Courage is what it takes to stand up and speak; courage is also what it takes to sit down and listen.
Over a year ago, I made this post about the word retarded and why I used it. In all but one way, I stand by everything I said in that post. I hate that “retarded” is used as an insult, and wish it could be used in a neutral (or even downright positive) way. I still think that if we get people to stop using the word “retarded,” if we cede it as an unacceptable insult, people will just move along to something even more offensive and unacceptable (“Downsy,” anyone?). The problem isn’t that people call other people retarded, the problem is that people think that retarded people are worthless.
I still think all that.
I’m going to stop using the word anyway.
I committed one fantastic, fatal, and essential error, and for that I apologize to everyone (neurotypical or not) who has ever been offended by anything I’ve written on the internet stemming from my use of the word (unfortunately, there’s no way for me to retrace my steps and delete all my offensiveness).
The error was that in this instance, it doesn’t matter how I feel about the word retarded. The fact that I have a sister with Down syndrome doesn’t make my feelings on this matter important or even material. I have been told–repeatedly, and by many people with cognitive disabilities (as well as by people who don’t have cognitive disabilities but have been labeled retarded anyway) that the word is offensive and they don’t like it. I might feel that the word is offensive not just because it’s offensive, but because people have decided it’s offensive (which I think are two different things), but it doesn’t matter. It’s not my right to offend legions people with disabilities in the name of educating people without them. People with disabilities have enough to worry about without me piling on. I can find other ways to educate. An essential part of advocacy, of allyship, is listening to what the group I’m allied with wants from me, and in this particular area, I failed spectacularly. I’m sorry. I will stop using the word.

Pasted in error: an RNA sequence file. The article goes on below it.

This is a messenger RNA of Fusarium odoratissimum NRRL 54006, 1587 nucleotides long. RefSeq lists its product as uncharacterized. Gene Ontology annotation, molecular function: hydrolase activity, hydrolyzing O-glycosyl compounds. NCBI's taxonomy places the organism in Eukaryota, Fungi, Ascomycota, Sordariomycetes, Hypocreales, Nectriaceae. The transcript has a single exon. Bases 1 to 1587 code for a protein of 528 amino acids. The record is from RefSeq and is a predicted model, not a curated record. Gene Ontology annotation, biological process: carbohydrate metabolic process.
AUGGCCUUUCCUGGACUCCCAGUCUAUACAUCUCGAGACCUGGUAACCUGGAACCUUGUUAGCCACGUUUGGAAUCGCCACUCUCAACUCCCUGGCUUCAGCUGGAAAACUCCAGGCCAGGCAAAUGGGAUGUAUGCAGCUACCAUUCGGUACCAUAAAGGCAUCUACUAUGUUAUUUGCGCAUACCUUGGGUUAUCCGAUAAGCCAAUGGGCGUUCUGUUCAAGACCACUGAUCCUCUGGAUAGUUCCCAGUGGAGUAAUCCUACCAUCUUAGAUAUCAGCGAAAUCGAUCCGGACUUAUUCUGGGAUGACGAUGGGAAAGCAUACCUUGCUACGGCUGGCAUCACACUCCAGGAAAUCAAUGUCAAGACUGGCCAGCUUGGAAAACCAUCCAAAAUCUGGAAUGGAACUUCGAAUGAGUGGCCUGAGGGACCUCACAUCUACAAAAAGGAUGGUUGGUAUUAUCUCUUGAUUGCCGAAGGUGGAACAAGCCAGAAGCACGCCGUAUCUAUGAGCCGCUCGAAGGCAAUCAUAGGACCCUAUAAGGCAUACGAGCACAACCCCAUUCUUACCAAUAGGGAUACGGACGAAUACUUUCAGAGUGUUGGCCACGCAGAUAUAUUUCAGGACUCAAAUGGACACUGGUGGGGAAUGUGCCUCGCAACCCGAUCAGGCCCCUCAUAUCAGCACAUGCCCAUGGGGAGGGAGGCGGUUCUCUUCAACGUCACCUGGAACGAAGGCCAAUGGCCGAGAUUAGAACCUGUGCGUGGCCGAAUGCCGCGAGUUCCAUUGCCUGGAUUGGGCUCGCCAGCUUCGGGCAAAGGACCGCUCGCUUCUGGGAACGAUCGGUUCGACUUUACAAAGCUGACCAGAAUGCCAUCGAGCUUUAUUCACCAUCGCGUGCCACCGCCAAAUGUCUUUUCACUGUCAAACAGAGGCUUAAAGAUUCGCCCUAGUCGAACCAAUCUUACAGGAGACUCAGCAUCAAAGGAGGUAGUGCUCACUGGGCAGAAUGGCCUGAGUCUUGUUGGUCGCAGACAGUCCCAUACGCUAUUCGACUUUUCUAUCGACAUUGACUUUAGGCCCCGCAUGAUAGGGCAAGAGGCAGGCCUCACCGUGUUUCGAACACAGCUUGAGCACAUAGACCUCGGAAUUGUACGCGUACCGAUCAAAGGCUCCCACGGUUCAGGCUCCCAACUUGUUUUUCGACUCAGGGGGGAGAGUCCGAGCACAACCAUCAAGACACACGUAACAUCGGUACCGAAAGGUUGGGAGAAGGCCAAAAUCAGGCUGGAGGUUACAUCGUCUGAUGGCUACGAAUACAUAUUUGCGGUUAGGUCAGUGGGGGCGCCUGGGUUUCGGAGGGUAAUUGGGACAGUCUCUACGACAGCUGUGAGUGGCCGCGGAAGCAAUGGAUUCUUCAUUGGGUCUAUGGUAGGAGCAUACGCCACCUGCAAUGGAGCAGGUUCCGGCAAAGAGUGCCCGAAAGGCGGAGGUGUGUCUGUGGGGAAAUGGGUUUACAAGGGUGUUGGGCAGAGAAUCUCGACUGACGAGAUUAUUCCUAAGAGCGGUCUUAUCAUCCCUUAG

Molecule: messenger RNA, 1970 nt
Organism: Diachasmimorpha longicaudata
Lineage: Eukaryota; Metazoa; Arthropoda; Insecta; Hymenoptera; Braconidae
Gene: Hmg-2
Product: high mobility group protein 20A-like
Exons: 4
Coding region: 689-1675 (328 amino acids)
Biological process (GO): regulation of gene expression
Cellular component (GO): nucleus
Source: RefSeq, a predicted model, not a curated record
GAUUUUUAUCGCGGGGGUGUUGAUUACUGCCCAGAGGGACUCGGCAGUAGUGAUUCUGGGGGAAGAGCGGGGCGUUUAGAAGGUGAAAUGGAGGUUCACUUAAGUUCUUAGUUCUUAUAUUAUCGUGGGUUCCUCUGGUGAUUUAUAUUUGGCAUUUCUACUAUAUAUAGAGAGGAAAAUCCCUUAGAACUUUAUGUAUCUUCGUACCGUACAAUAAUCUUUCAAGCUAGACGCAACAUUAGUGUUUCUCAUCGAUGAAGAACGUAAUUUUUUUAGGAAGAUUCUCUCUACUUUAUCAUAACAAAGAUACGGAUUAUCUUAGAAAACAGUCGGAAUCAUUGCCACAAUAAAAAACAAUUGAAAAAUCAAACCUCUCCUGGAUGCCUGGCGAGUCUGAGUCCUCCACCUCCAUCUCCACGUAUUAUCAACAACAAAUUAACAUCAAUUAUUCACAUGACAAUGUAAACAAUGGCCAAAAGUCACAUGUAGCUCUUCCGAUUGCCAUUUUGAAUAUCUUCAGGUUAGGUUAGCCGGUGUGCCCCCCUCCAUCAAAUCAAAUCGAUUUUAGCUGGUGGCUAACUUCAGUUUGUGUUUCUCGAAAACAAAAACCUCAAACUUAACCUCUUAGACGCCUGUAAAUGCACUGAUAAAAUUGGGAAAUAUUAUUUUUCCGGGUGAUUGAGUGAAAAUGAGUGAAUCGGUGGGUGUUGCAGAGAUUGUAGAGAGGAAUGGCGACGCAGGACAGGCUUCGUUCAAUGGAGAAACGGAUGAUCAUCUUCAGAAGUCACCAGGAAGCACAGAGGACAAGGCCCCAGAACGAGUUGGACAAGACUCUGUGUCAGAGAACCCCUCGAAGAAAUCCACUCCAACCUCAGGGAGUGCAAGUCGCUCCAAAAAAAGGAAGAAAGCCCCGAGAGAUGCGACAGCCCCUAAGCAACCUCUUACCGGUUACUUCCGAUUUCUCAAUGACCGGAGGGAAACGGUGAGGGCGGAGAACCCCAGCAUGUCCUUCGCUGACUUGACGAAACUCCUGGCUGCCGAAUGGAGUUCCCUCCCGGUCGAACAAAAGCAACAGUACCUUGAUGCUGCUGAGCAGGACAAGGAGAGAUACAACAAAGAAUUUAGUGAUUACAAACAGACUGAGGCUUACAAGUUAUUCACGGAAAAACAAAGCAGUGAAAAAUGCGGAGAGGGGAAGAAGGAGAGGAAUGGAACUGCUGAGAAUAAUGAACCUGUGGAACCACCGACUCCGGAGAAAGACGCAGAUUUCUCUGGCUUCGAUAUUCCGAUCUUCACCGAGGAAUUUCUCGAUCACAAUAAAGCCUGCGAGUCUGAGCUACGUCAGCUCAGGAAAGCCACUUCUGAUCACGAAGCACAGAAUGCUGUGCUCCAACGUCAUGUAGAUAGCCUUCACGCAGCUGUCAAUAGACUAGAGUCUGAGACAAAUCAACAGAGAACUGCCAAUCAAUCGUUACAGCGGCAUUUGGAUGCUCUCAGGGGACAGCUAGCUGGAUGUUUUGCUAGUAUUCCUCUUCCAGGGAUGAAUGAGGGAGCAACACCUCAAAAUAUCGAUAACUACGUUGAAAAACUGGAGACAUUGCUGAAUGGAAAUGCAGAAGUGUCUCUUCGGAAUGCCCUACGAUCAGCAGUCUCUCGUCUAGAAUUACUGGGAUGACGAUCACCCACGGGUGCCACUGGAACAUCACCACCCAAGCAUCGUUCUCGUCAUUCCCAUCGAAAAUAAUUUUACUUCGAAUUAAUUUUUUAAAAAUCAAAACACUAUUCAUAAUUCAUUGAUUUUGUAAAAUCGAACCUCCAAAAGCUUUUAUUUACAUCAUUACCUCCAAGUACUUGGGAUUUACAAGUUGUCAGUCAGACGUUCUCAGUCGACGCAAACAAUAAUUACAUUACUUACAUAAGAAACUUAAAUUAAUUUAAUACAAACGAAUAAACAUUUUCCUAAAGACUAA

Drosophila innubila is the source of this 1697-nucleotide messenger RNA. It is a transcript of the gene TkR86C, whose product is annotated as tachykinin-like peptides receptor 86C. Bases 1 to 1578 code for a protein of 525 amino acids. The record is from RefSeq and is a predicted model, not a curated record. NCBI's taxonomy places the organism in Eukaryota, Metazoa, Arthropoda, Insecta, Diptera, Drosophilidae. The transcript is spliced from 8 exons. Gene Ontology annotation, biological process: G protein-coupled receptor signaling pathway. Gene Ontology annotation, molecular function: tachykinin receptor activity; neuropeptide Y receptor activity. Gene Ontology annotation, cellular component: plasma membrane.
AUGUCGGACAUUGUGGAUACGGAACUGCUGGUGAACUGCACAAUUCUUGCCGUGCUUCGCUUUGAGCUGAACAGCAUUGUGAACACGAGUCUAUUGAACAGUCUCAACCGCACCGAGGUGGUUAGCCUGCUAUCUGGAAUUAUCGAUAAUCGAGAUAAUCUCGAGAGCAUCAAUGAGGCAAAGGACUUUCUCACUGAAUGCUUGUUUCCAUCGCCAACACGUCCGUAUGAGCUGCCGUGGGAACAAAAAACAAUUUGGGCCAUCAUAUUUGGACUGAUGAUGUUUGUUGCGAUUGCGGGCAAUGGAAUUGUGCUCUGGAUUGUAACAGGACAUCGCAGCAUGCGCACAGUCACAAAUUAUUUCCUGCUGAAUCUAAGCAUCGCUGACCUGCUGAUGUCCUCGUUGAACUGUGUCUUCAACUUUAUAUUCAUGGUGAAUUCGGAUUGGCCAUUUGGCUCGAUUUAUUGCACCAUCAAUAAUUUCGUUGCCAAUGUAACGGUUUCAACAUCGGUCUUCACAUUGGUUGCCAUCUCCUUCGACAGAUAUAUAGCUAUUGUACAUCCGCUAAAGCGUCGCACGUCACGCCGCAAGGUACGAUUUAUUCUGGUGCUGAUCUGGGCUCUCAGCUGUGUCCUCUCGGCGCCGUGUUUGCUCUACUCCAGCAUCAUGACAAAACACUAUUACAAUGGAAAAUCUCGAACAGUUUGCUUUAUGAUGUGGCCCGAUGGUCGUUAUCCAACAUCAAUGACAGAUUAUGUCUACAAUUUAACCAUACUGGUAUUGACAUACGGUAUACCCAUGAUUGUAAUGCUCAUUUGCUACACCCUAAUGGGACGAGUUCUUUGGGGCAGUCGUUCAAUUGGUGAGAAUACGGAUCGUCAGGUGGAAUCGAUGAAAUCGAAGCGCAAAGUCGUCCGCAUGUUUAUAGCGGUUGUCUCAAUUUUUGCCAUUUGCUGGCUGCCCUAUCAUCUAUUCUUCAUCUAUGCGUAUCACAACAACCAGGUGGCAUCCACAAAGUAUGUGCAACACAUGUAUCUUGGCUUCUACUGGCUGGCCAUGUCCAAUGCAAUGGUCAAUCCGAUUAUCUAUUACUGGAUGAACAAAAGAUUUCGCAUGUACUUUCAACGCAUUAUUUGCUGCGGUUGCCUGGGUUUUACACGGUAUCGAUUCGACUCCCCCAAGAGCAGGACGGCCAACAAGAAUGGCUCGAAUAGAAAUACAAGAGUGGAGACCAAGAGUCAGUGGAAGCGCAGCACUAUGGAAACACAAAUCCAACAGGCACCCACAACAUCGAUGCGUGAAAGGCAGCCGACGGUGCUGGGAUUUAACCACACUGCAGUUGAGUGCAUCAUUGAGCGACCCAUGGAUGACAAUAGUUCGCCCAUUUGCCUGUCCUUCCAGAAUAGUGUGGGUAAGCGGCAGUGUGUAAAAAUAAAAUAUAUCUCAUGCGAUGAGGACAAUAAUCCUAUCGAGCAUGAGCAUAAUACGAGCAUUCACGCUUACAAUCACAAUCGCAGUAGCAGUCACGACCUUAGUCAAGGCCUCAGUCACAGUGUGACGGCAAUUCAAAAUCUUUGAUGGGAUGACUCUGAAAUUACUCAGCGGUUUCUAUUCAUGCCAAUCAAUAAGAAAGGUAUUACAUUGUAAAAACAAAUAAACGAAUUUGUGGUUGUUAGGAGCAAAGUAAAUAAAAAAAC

Ironically (and in the interest of full disclosure), this whole revelation transpired from an internet discussion in which I unapologetically (and still unapologetically, at least so far) defended my use of the word “handicapped” when describing a restroom stall (maybe I would have been less impatient if I had used the word to characterize a person, and not a bathroom). In the course of the discussion, I mentioned I had a sister with special needs (not to justify myself, but just to clarify that I’m not a total newbie when it came to disability issues), and was subsequently called out for using the term special needs. I pointed out that the term (which I consider to be an entirely different term and with different connotation than “special,” which I agree is condescending and defensive) is widely used both in professional circles and by parent groups, and was told that just because a term is in wide use, that doesn’t make it not offensive to the people being described (point being that the group in question should be able to choose the words they want to be called).
My defense of myself (other than my repeated insistence that I do not speak of people in the same way that I speak of toilets) is that handicapped doesn’t have the same consensus of offense that retarded has. I know people (both on the internet and off) who don’t care about the word handicapped one way or the other, and some who use it positively. Similarly, I know of very few people–no, strike that, I know NO people–outside of this particular person that the term “special needs” is offensive. If the disabled community demonstrated the same cohesiveness about “handicapped” as about “retarded,” then I would be more inclined to stop using it. Same with “special needs.” I want to listen to people about how they want to be labeled, but I admit to having trouble being able to tell (and, honestly, I think sometimes the people themselves have trouble telling) when I am listening to one person speak for themselves, and when I’m hearing one person articulate a position that represents a fair majority of a population. So, this person called me out for using a handicapped stall, and ended up swearing me off the use of the word retarded, even though that word never came up in conversation. Funny, that.
I try to be flexible. My default adjectives for minorities tend to be queer, black, hispanic, etc. I have gay friends who describe themselves as fags or dykes. But if I’m with a gay person who doesn’t like the word fag? I don’t use it. All they have to do is tell me. If I’m with a person of color who identifies as African-American? I will say African-American around them, not black. If I’m with a person of color who identifies as black, I’ll call them black. It’s easy. It’s not hard. I should be able to do the same when describing non-neurotypical folk. It gets hairy on the internet, though, because I may be speaking about or to a person without having any idea what sort of adjectives they prefer. But still, I’ll try to improve in the future.
Also, I’m aware this post has a self-apologetic and defensive tone; I will simply admit I’m a self-apologetic and defensive person.
Filed under: Allyship, Disabilities, Politics | Leave a Comment